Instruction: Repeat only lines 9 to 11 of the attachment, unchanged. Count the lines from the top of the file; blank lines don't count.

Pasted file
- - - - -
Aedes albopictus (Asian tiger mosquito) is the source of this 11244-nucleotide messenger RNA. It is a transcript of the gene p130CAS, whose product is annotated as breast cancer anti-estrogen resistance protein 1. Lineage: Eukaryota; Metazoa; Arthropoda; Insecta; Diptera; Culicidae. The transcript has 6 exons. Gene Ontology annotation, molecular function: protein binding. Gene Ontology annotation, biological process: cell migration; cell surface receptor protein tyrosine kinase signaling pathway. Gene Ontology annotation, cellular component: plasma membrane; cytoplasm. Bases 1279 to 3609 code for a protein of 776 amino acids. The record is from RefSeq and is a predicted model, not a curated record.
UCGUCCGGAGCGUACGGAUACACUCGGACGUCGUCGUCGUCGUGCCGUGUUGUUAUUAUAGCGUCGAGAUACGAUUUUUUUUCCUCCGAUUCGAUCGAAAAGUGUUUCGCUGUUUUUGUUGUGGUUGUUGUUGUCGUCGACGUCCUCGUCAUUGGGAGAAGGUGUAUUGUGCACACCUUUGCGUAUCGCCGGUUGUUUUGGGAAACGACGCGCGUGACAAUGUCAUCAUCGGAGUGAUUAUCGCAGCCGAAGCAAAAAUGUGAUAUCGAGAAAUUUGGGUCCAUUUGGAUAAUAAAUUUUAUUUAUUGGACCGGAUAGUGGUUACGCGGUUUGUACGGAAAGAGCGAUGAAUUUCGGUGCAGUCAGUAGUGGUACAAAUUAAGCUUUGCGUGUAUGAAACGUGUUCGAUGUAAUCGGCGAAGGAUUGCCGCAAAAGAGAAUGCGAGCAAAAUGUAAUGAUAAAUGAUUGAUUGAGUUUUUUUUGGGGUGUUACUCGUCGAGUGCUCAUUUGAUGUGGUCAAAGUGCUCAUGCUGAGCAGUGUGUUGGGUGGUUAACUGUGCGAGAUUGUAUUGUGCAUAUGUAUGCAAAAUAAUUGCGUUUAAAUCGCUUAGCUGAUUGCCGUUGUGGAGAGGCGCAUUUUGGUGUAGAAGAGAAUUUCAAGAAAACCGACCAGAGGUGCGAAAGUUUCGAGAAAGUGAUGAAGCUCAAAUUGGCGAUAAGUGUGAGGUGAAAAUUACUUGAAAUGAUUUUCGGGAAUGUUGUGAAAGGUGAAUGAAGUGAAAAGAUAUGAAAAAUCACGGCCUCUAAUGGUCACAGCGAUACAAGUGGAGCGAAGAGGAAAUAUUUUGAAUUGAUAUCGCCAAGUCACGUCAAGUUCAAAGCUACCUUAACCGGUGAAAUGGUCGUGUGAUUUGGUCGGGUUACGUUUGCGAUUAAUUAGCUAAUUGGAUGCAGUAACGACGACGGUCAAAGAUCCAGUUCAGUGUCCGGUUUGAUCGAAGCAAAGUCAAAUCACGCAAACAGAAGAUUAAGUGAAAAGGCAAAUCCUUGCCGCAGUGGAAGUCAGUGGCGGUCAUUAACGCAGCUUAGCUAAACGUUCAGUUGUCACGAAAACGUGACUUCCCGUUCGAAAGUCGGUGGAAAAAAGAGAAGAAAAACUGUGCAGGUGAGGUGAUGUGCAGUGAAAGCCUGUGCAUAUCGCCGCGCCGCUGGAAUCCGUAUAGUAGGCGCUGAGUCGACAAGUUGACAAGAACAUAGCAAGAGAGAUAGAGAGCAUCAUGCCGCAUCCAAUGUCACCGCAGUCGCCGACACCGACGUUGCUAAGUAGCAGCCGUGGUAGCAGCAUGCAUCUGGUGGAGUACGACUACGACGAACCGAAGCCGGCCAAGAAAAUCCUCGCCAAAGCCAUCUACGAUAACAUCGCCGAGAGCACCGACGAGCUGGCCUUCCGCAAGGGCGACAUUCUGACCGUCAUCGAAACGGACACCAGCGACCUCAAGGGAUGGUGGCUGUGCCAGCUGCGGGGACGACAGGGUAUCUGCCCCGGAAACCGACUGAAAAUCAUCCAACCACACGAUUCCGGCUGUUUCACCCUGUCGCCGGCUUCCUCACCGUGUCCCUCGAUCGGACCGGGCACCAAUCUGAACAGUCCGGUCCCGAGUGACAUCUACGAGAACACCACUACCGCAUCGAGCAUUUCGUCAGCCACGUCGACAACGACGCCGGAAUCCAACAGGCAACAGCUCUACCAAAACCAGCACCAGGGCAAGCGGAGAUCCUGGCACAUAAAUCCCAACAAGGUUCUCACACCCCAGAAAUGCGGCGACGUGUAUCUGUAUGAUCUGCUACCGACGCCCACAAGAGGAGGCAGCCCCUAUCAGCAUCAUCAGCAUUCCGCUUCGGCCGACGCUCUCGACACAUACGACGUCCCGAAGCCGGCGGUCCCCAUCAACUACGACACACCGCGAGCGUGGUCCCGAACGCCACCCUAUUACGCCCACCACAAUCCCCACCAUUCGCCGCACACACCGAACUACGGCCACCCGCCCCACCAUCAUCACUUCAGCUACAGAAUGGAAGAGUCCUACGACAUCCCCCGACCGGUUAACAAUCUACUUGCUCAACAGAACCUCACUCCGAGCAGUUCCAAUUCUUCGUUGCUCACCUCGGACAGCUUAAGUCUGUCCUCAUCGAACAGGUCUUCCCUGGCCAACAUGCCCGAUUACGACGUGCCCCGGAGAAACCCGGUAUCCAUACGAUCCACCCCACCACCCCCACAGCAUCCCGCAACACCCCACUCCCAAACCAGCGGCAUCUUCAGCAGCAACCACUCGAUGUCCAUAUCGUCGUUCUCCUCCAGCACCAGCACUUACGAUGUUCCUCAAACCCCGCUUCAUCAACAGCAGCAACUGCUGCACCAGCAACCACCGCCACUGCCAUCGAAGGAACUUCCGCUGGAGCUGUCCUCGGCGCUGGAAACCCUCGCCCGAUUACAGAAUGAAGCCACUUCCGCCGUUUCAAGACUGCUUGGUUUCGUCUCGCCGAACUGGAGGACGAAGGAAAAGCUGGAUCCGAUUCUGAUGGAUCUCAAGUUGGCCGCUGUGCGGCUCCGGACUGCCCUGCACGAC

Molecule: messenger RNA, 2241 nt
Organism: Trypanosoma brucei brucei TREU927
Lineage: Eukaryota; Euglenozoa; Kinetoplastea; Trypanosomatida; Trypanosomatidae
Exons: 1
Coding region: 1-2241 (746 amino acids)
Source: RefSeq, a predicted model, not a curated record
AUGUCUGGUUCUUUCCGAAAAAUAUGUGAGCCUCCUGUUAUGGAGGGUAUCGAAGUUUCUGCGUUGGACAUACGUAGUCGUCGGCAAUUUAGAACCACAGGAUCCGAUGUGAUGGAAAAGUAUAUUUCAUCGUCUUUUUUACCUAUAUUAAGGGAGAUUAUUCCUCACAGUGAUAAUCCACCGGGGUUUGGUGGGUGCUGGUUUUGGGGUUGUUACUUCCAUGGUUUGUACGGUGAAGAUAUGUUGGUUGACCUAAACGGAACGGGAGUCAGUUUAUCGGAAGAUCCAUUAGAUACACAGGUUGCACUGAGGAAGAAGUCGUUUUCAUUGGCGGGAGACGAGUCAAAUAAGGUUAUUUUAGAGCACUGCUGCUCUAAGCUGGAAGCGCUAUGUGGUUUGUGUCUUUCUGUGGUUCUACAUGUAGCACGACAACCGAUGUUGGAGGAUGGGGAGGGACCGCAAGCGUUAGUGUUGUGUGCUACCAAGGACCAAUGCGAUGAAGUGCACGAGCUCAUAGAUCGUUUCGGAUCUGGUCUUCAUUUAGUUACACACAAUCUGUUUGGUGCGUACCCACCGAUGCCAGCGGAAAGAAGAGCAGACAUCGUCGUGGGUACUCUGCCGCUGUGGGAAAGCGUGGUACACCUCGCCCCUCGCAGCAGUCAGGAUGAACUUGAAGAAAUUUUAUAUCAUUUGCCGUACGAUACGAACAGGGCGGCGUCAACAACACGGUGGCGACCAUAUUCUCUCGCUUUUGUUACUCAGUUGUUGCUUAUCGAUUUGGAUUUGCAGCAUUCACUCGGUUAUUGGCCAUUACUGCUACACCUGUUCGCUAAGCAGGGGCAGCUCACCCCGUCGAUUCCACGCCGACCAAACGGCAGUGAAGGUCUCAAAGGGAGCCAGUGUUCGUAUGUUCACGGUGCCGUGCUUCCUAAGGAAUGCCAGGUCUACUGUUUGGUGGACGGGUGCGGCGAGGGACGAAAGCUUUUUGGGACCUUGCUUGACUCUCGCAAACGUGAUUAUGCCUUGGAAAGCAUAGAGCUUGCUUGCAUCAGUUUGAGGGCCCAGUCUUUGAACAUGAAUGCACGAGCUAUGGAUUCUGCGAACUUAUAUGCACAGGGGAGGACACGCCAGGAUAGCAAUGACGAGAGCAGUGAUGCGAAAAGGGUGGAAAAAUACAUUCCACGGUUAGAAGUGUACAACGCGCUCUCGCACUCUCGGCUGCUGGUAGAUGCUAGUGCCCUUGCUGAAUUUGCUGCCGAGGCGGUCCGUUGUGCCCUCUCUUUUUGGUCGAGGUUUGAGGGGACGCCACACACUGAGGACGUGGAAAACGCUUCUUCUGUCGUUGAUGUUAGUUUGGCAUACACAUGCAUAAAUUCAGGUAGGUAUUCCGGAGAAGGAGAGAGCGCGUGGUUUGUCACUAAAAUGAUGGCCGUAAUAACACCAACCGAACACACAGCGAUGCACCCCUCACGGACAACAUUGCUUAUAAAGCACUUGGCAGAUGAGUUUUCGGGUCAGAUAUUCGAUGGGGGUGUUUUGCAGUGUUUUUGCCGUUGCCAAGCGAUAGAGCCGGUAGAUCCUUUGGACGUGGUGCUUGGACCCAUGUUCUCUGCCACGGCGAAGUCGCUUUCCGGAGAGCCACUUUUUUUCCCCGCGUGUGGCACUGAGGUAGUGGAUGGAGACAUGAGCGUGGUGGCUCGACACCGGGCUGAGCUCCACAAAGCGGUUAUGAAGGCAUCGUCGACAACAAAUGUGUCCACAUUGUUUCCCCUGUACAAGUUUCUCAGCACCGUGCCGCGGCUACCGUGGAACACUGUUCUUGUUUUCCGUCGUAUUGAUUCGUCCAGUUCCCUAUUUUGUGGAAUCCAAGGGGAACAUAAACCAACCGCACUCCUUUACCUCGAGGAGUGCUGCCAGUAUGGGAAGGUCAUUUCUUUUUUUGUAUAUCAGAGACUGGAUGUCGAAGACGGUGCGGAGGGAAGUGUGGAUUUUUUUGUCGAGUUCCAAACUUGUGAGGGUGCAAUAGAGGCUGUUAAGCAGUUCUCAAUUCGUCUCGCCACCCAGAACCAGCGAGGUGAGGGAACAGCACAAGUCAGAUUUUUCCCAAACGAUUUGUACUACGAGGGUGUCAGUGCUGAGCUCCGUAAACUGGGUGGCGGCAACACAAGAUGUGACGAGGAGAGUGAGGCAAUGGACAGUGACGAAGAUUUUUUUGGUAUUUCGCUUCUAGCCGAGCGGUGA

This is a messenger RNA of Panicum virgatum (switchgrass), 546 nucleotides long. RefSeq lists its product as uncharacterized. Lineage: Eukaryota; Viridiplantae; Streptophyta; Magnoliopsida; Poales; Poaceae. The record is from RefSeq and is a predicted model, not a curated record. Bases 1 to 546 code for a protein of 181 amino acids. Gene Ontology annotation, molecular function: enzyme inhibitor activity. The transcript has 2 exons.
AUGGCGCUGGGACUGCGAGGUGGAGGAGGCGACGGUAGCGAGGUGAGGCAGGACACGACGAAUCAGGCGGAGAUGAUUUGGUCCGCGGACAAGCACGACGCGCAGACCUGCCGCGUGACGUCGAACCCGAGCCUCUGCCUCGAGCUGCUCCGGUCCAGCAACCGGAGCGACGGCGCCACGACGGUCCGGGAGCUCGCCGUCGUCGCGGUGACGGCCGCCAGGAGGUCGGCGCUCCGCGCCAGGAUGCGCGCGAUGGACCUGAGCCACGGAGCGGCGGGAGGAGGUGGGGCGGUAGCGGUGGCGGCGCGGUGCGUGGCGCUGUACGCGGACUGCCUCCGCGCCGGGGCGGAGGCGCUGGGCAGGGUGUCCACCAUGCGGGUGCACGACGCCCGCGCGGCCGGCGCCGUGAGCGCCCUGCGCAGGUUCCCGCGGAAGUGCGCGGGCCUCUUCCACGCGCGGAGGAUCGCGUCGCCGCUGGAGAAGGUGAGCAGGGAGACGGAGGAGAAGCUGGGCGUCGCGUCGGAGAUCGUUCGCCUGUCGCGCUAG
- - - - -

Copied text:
AUGUCUGGUUCUUUCCGAAAAAUAUGUGAGCCUCCUGUUAUGGAGGGUAUCGAAGUUUCUGCGUUGGACAUACGUAGUCGUCGGCAAUUUAGAACCACAGGAUCCGAUGUGAUGGAAAAGUAUAUUUCAUCGUCUUUUUUACCUAUAUUAAGGGAGAUUAUUCCUCACAGUGAUAAUCCACCGGGGUUUGGUGGGUGCUGGUUUUGGGGUUGUUACUUCCAUGGUUUGUACGGUGAAGAUAUGUUGGUUGACCUAAACGGAACGGGAGUCAGUUUAUCGGAAGAUCCAUUAGAUACACAGGUUGCACUGAGGAAGAAGUCGUUUUCAUUGGCGGGAGACGAGUCAAAUAAGGUUAUUUUAGAGCACUGCUGCUCUAAGCUGGAAGCGCUAUGUGGUUUGUGUCUUUCUGUGGUUCUACAUGUAGCACGACAACCGAUGUUGGAGGAUGGGGAGGGACCGCAAGCGUUAGUGUUGUGUGCUACCAAGGACCAAUGCGAUGAAGUGCACGAGCUCAUAGAUCGUUUCGGAUCUGGUCUUCAUUUAGUUACACACAAUCUGUUUGGUGCGUACCCACCGAUGCCAGCGGAAAGAAGAGCAGACAUCGUCGUGGGUACUCUGCCGCUGUGGGAAAGCGUGGUACACCUCGCCCCUCGCAGCAGUCAGGAUGAACUUGAAGAAAUUUUAUAUCAUUUGCCGUACGAUACGAACAGGGCGGCGUCAACAACACGGUGGCGACCAUAUUCUCUCGCUUUUGUUACUCAGUUGUUGCUUAUCGAUUUGGAUUUGCAGCAUUCACUCGGUUAUUGGCCAUUACUGCUACACCUGUUCGCUAAGCAGGGGCAGCUCACCCCGUCGAUUCCACGCCGACCAAACGGCAGUGAAGGUCUCAAAGGGAGCCAGUGUUCGUAUGUUCACGGUGCCGUGCUUCCUAAGGAAUGCCAGGUCUACUGUUUGGUGGACGGGUGCGGCGAGGGACGAAAGCUUUUUGGGACCUUGCUUGACUCUCGCAAACGUGAUUAUGCCUUGGAAAGCAUAGAGCUUGCUUGCAUCAGUUUGAGGGCCCAGUCUUUGAACAUGAAUGCACGAGCUAUGGAUUCUGCGAACUUAUAUGCACAGGGGAGGACACGCCAGGAUAGCAAUGACGAGAGCAGUGAUGCGAAAAGGGUGGAAAAAUACAUUCCACGGUUAGAAGUGUACAACGCGCUCUCGCACUCUCGGCUGCUGGUAGAUGCUAGUGCCCUUGCUGAAUUUGCUGCCGAGGCGGUCCGUUGUGCCCUCUCUUUUUGGUCGAGGUUUGAGGGGACGCCACACACUGAGGACGUGGAAAACGCUUCUUCUGUCGUUGAUGUUAGUUUGGCAUACACAUGCAUAAAUUCAGGUAGGUAUUCCGGAGAAGGAGAGAGCGCGUGGUUUGUCACUAAAAUGAUGGCCGUAAUAACACCAACCGAACACACAGCGAUGCACCCCUCACGGACAACAUUGCUUAUAAAGCACUUGGCAGAUGAGUUUUCGGGUCAGAUAUUCGAUGGGGGUGUUUUGCAGUGUUUUUGCCGUUGCCAAGCGAUAGAGCCGGUAGAUCCUUUGGACGUGGUGCUUGGACCCAUGUUCUCUGCCACGGCGAAGUCGCUUUCCGGAGAGCCACUUUUUUUCCCCGCGUGUGGCACUGAGGUAGUGGAUGGAGACAUGAGCGUGGUGGCUCGACACCGGGCUGAGCUCCACAAAGCGGUUAUGAAGGCAUCGUCGACAACAAAUGUGUCCACAUUGUUUCCCCUGUACAAGUUUCUCAGCACCGUGCCGCGGCUACCGUGGAACACUGUUCUUGUUUUCCGUCGUAUUGAUUCGUCCAGUUCCCUAUUUUGUGGAAUCCAAGGGGAACAUAAACCAACCGCACUCCUUUACCUCGAGGAGUGCUGCCAGUAUGGGAAGGUCAUUUCUUUUUUUGUAUAUCAGAGACUGGAUGUCGAAGACGGUGCGGAGGGAAGUGUGGAUUUUUUUGUCGAGUUCCAAACUUGUGAGGGUGCAAUAGAGGCUGUUAAGCAGUUCUCAAUUCGUCUCGCCACCCAGAACCAGCGAGGUGAGGGAACAGCACAAGUCAGAUUUUUCCCAAACGAUUUGUACUACGAGGGUGUCAGUGCUGAGCUCCGUAAACUGGGUGGCGGCAACACAAGAUGUGACGAGGAGAGUGAGGCAAUGGACAGUGACGAAGAUUUUUUUGGUAUUUCGCUUCUAGCCGAGCGGUGA

This is a messenger RNA of Panicum virgatum (switchgrass), 546 nucleotides long. RefSeq lists its product as uncharacterized. Lineage: Eukaryota; Viridiplantae; Streptophyta; Magnoliopsida; Poales; Poaceae. The record is from RefSeq and is a predicted model, not a curated record. Bases 1 to 546 code for a protein of 181 amino acids. Gene Ontology annotation, molecular function: enzyme inhibitor activity. The transcript has 2 exons.
AUGGCGCUGGGACUGCGAGGUGGAGGAGGCGACGGUAGCGAGGUGAGGCAGGACACGACGAAUCAGGCGGAGAUGAUUUGGUCCGCGGACAAGCACGACGCGCAGACCUGCCGCGUGACGUCGAACCCGAGCCUCUGCCUCGAGCUGCUCCGGUCCAGCAACCGGAGCGACGGCGCCACGACGGUCCGGGAGCUCGCCGUCGUCGCGGUGACGGCCGCCAGGAGGUCGGCGCUCCGCGCCAGGAUGCGCGCGAUGGACCUGAGCCACGGAGCGGCGGGAGGAGGUGGGGCGGUAGCGGUGGCGGCGCGGUGCGUGGCGCUGUACGCGGACUGCCUCCGCGCCGGGGCGGAGGCGCUGGGCAGGGUGUCCACCAUGCGGGUGCACGACGCCCGCGCGGCCGGCGCCGUGAGCGCCCUGCGCAGGUUCCCGCGGAAGUGCGCGGGCCUCUUCCACGCGCGGAGGAUCGCGUCGCCGCUGGAGAAGGUGAGCAGGGAGACGGAGGAGAAGCUGGGCGUCGCGUCGGAGAUCGUUCGCCUGUCGCGCUAG